World Finance: How attractive is Nigeria to foreign direct investors? There’s a lot of risks that are associated with Nigeria – security risks especially with infrastructure – what’s your view on that?

Ebenezer Onyeagwu: Thank you Paul – in terms of security risk, there’s insecurity everywhere. Different regions of the globe have their own different security challenges. I can admit that! Yeah we have our own, but it’s being addressed.

If we invite the other challenges we see, they represent opportunities for investment. For instance, we don’t have – if we are looking at roads, we don’t have good roads. We don’t have a rail system which will facilitate human traffic and also movement of light goods here and there.

We also need investment in healthcare. The amount of outflow from Nigeria to other parts of the globe in terms of medical tourism is huge! But if we have investment in healthcare, we will be able to save a lot of foreign exchange for the country.

And, if you look at agric – Nigeria, if you fly across the country, you see good arable land, that, oh, we need to do forming that you are seeing is subsistence level! We need to mechanise it. We need investment. Nigeria can become the food basket, the home for organic food the world!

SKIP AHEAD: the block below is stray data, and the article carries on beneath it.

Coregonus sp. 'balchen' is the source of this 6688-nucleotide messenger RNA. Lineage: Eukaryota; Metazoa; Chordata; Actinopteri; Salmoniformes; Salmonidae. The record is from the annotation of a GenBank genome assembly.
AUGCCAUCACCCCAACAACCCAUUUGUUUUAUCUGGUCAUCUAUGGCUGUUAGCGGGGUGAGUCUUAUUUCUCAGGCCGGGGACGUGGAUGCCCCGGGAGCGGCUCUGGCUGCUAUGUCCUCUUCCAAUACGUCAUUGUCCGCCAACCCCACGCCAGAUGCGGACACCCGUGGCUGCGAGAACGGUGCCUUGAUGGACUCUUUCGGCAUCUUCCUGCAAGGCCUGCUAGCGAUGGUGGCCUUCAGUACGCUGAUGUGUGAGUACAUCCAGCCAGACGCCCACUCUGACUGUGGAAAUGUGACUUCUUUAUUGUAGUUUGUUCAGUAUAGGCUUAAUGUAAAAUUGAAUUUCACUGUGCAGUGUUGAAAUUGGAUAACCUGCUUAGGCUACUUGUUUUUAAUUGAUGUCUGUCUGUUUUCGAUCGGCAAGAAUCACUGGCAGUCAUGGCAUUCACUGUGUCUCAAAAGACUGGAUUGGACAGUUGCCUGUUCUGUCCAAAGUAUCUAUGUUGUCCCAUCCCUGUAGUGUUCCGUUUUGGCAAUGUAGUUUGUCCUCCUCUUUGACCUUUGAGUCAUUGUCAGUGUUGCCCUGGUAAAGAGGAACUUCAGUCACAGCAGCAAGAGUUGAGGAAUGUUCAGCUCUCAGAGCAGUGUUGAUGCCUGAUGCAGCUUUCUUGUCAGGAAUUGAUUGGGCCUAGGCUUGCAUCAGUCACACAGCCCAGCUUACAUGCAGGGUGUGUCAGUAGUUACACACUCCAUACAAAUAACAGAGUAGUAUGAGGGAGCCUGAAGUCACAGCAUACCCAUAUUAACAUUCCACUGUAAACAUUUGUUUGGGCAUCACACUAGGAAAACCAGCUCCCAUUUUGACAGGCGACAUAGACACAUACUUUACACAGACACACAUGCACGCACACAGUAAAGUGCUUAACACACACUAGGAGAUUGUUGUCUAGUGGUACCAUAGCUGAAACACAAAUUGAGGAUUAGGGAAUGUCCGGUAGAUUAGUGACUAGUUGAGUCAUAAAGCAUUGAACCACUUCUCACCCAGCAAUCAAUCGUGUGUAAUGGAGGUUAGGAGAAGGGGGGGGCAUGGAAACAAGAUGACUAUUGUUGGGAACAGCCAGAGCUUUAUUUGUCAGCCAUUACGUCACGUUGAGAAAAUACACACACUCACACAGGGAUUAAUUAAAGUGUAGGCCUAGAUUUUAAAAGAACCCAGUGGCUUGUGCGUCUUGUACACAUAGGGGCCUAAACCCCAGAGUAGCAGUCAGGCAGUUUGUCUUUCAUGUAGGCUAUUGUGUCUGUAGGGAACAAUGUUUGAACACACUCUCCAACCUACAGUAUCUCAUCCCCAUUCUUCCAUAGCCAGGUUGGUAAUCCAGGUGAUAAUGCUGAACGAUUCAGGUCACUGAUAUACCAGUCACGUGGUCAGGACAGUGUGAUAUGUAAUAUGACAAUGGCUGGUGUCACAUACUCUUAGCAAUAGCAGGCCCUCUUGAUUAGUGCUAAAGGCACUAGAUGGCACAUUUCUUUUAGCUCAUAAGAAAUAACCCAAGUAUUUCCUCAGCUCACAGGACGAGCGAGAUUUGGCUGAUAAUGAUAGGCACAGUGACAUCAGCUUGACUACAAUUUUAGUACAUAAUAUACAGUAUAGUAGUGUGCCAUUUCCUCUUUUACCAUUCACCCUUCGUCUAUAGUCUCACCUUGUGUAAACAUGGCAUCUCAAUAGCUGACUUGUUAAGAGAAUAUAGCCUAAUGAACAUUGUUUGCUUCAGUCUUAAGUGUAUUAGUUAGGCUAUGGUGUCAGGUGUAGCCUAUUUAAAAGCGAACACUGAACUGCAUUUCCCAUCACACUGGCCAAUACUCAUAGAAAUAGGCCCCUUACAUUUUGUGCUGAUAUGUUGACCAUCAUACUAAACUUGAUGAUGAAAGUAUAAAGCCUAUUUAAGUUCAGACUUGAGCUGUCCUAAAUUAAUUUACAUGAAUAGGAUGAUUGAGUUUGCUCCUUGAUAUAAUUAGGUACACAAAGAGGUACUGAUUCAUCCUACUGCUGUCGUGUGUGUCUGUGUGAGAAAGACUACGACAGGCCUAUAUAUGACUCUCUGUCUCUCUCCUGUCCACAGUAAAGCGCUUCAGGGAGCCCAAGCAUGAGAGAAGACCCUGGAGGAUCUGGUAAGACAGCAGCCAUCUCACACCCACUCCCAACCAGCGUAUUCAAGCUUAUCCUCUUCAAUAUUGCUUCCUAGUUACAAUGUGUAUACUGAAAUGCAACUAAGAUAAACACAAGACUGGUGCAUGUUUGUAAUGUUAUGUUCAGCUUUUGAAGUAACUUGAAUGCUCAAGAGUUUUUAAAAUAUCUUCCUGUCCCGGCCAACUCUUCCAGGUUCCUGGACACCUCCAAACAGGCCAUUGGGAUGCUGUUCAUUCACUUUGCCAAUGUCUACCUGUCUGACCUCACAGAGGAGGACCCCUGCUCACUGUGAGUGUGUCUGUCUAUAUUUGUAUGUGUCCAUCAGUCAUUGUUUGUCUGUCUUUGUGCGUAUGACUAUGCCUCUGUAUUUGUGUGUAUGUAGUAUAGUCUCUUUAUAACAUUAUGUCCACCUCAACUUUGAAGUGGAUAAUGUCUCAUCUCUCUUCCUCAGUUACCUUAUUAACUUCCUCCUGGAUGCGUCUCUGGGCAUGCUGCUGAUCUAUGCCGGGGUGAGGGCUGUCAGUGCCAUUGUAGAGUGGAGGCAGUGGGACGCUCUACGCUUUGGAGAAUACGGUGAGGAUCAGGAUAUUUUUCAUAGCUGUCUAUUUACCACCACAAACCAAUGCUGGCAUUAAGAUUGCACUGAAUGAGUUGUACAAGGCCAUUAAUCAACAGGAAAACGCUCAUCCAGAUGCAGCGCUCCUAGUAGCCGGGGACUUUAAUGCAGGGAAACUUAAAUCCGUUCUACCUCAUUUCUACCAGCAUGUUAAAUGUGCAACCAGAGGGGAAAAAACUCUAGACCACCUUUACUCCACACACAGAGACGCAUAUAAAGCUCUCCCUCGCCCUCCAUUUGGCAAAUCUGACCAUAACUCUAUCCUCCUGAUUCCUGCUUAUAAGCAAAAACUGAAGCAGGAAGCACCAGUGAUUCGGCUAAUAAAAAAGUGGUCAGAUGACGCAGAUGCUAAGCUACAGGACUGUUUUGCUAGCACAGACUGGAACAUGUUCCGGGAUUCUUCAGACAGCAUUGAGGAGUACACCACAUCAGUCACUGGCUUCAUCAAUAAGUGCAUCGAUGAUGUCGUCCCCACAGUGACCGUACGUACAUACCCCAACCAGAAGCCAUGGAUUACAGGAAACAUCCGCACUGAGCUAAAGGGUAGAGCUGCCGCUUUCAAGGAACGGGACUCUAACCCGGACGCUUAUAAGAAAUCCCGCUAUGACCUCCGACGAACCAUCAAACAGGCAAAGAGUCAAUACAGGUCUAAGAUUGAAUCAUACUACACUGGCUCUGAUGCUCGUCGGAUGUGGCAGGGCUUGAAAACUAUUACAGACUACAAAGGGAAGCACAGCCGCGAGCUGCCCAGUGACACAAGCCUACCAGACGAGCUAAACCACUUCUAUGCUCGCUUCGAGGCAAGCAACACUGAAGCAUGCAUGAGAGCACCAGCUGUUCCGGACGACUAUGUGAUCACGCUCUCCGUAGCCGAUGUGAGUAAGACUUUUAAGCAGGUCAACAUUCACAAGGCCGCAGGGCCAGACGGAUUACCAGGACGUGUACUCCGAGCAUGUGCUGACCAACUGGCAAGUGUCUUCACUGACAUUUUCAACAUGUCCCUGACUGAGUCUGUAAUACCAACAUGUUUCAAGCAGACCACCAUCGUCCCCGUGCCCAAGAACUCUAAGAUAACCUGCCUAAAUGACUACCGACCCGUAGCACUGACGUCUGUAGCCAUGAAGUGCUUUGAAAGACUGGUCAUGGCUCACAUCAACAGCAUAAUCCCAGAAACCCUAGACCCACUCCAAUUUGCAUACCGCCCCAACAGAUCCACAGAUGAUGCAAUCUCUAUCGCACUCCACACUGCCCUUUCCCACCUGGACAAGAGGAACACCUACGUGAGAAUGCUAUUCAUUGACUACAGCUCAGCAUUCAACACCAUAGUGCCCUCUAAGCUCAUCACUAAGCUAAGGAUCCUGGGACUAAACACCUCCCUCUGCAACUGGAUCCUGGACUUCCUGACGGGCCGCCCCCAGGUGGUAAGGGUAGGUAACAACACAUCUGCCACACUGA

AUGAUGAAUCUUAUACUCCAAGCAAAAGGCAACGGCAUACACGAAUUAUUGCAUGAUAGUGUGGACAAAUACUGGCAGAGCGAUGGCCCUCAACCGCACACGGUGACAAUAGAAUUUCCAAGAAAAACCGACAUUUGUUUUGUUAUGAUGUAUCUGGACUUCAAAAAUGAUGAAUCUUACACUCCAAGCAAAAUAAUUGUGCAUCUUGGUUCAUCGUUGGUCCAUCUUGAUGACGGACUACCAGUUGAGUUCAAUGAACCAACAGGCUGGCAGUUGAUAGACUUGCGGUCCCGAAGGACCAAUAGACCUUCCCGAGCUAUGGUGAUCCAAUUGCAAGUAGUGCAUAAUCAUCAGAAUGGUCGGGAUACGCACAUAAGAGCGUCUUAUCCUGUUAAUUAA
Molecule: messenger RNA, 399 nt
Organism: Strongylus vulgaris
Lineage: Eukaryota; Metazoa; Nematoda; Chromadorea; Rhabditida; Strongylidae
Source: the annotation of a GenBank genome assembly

I can go on and on. But what you see is that massive investment will need to be put into the country, but whoever is coming should be long term. If you are not long term, I mean, if you take a short term horizon in Nigeria, you will not make money. In fact you will create volatilities for everybody, including yourself.

I mean how come in Nigeria, if you look at the return – Zenith Bank is just 32 years. It was started by Mr Ovia in 1990. We took the equivalent of $4m. But today we have shareholders fund of over £300bn. I mean, that’s coming from Nigeria! We continue to grow and create wealth.

There are quite a lot of incentives. The government has also come up with a new finance act that has made the tax regime a lot more effective for corporates.

If you are looking for the destination of the next intelligent properties or building you have, it has to be places like Nigeria, and Africa.

Maybe what we need to do is stronger advocacy, in order to create the awareness for people that the country is not as bad as it’s been perceived to be.

Zenith Bank GMD: 10 percent growth reflects ‘quality and calibre’ of team

Nigeria’s Zenith Bank group reported growth of 10 percent in gross earnings and in profit before tax in 2021 – a remarkable achievement considering the ongoing economic impact of the pandemic. Group Managing Director Ebenezer Onyeagwu discusses the ways the bank is innovating and its post-pandemic strategy. Watch the other parts of this interview in our Zenith Bank playlist.